David Naylor, head of an expert panel for the federal government that saw its months of work on health-care innovation quietly buried last week by way of a Friday afternoon release, is not ready to concede its death just yet.
Absent any plans by Ottawa to talk up the $700,000 report's findings, Dr. Naylor did the job himself on Thursday, telling a Toronto audience action is needed to break the political "gridlock" around health-care reform and warning that without it, the system will continue to lose ground.
Canada needs "strengthened and shared political resolve," Dr. Naylor said at a quickly arranged event at Toronto's MaRS innovation centre, a medical-science hub steps from the University of Toronto, where he was president and dean of medicine.
Dr. Naylor, joined by fellow panel member Neil Fraser, took on critics of the report's call for a $1-billion health-care innovation fund controlled by a new agency that is arm's length from government – an "innovation Switzerland" with a Swiss bank account, he called it.
This "supposedly controversial innovation fund," he said, would represent a small fraction of the approximately $265-billion Ottawa will spend this year on programs and people.
Rather than a big-ticket proposal, he called the measure a "marginal reallocation of existing funds" that would represent less than 0.5 per cent of spending – a "no brainer" considering the sustainable improvements it would spur.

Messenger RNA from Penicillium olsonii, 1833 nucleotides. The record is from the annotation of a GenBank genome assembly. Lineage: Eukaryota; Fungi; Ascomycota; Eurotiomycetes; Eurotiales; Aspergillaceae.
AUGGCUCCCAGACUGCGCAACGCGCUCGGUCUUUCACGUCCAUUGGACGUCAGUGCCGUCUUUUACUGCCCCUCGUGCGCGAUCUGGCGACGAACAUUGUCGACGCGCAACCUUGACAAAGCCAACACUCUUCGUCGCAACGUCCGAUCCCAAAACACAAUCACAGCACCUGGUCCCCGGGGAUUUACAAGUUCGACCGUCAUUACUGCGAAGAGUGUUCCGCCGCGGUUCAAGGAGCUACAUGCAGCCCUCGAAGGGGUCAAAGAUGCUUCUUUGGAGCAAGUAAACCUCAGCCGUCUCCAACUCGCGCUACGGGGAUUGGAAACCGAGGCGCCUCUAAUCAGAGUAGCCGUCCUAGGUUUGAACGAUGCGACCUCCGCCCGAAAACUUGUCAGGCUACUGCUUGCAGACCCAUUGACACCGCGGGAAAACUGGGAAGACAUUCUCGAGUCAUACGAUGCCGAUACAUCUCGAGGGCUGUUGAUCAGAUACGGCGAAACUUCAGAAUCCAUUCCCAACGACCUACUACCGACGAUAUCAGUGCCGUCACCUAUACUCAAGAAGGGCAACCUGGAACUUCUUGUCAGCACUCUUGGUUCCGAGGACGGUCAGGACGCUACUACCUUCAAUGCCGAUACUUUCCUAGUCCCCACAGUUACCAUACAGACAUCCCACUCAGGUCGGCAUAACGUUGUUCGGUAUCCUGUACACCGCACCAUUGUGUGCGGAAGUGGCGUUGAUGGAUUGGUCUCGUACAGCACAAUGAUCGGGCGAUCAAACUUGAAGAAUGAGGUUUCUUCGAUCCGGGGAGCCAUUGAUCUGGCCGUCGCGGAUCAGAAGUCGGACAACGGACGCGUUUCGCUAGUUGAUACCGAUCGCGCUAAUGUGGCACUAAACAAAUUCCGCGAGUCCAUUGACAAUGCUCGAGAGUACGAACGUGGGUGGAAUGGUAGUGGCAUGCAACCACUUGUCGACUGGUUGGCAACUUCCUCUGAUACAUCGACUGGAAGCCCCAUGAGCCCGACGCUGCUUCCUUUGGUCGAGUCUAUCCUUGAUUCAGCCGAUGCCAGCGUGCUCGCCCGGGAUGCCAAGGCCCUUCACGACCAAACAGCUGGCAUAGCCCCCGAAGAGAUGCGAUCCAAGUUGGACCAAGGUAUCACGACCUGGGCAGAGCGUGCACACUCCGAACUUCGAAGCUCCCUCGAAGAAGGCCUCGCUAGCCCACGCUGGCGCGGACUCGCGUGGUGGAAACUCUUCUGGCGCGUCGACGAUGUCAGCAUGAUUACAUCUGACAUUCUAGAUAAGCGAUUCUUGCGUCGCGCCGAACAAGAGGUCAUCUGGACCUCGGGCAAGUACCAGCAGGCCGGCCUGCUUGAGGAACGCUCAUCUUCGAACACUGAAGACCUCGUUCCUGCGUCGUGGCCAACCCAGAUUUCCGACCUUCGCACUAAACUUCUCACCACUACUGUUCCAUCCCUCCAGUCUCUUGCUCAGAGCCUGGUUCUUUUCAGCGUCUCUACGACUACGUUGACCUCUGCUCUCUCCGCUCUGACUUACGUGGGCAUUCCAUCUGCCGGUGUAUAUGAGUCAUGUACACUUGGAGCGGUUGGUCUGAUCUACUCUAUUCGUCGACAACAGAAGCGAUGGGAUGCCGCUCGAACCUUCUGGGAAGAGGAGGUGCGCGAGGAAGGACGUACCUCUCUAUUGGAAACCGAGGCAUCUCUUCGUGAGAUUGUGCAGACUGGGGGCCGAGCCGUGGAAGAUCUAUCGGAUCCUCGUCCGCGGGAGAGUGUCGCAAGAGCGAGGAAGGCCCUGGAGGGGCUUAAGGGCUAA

The report from the Advisory Panel on Healthcare Innovation comes just three months before a federal election in which opposition parties want to emphasize health care.
Asked how the report's findings might shape that debate, Dr. Naylor spoke generally, saying there is a question of what is the federal government's correct share of health-care funding.
"Canadians need to have that discussion with those [who] would lead this country," he said. "I also think it's important to discuss what are the terms for that sharing."
Parties also need to be asked what they would do with new money, since history has shown that increased investments do not always improve things for patients, he said.
Dr. Naylor said news of the report's death is premature. "This zombie report has climbed out of the grave and acquired new life," he told the Toronto audience.
"I think that the panelists are a very patient bunch," he said later in an interview. "Most of us have been around public policy and health care a very long time. We've seen a lot of governments come and go, we've seen governments change their minds about issues and we're quite prepared to see where our ideas land in the fullness of time."
Provincial reaction to the report has been slow.
Contacted on Thursday, Ontario Health Minister Eric Hoskins called on Ottawa to return to "the health-care table." He praised the panel for going beyond its narrow mandate. "Canadians can be glad that the Panel chose to not let their work be arbitrarily constrained by limitations placed upon them," he said in a statement.
B.C. Health Minister Terry Lake praised the report's call for transfers to take into account the disproportionate number of seniors in provinces such as his own. Changes to health transfers "do not recognize population needs of provinces," he said in a message to The Globe.